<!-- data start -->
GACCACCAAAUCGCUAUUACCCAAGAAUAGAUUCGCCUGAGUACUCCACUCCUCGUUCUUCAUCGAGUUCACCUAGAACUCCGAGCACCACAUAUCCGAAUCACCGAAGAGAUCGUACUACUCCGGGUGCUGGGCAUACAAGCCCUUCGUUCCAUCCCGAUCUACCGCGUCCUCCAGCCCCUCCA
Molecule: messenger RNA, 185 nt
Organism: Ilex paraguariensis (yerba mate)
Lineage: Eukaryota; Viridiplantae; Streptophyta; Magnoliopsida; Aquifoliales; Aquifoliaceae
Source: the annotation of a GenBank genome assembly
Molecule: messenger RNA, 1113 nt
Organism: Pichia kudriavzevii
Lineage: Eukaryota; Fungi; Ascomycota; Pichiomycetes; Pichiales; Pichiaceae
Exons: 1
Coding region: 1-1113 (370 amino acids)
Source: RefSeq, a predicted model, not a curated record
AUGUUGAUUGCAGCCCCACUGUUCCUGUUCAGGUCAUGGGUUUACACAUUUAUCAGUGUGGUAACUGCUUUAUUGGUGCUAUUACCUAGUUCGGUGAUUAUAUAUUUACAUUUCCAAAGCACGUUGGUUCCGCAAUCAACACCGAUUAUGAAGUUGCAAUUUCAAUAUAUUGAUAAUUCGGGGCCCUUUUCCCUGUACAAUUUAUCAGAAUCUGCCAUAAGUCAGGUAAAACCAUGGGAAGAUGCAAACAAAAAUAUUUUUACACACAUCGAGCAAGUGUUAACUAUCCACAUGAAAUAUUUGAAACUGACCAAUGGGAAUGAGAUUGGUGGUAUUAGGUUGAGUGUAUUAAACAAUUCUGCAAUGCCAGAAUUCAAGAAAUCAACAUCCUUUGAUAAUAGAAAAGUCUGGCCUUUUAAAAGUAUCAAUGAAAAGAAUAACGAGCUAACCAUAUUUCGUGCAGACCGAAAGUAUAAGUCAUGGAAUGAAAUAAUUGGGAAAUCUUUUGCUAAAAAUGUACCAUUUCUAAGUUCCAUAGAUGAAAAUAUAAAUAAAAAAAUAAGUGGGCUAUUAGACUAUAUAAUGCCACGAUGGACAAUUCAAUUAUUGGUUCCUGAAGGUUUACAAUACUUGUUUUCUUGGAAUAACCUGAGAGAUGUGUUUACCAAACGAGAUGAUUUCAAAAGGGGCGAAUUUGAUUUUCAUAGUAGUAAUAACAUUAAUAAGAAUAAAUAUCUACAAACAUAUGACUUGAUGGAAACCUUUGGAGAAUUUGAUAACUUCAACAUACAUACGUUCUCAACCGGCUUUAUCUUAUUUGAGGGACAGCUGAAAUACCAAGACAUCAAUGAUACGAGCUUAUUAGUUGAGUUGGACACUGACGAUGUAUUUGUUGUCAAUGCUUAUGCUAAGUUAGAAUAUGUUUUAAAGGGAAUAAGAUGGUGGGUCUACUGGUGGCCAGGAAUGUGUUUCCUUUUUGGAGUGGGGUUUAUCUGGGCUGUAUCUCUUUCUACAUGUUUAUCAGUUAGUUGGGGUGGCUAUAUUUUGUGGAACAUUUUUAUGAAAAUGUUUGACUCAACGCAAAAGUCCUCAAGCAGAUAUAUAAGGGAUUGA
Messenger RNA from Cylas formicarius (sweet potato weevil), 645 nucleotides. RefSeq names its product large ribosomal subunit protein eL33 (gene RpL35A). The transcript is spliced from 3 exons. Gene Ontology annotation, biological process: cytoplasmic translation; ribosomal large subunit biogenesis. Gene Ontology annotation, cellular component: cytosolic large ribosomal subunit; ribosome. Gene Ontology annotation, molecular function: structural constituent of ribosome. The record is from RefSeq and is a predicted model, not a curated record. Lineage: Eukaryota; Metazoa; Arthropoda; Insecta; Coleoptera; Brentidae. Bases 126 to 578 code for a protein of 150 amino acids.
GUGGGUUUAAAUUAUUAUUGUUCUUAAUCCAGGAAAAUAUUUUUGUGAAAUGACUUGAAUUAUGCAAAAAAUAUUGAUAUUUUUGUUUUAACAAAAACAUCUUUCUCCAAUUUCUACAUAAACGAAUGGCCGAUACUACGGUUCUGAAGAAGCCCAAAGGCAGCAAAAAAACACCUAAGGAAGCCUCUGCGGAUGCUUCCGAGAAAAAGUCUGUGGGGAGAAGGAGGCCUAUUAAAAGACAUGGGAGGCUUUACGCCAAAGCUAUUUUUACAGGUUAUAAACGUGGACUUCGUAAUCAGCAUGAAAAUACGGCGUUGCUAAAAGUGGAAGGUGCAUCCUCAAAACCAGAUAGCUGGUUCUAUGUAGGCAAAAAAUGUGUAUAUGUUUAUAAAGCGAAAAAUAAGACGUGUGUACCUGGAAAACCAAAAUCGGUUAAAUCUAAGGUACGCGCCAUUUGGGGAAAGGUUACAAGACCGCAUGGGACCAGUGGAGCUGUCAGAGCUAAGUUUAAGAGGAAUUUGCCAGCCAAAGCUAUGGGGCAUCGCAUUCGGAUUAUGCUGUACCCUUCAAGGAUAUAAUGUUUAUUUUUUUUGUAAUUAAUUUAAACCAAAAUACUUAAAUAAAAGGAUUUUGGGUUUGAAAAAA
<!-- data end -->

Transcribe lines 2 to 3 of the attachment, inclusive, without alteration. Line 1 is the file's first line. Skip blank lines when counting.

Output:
Molecule: messenger RNA, 185 nt
Organism: Ilex paraguariensis (yerba mate)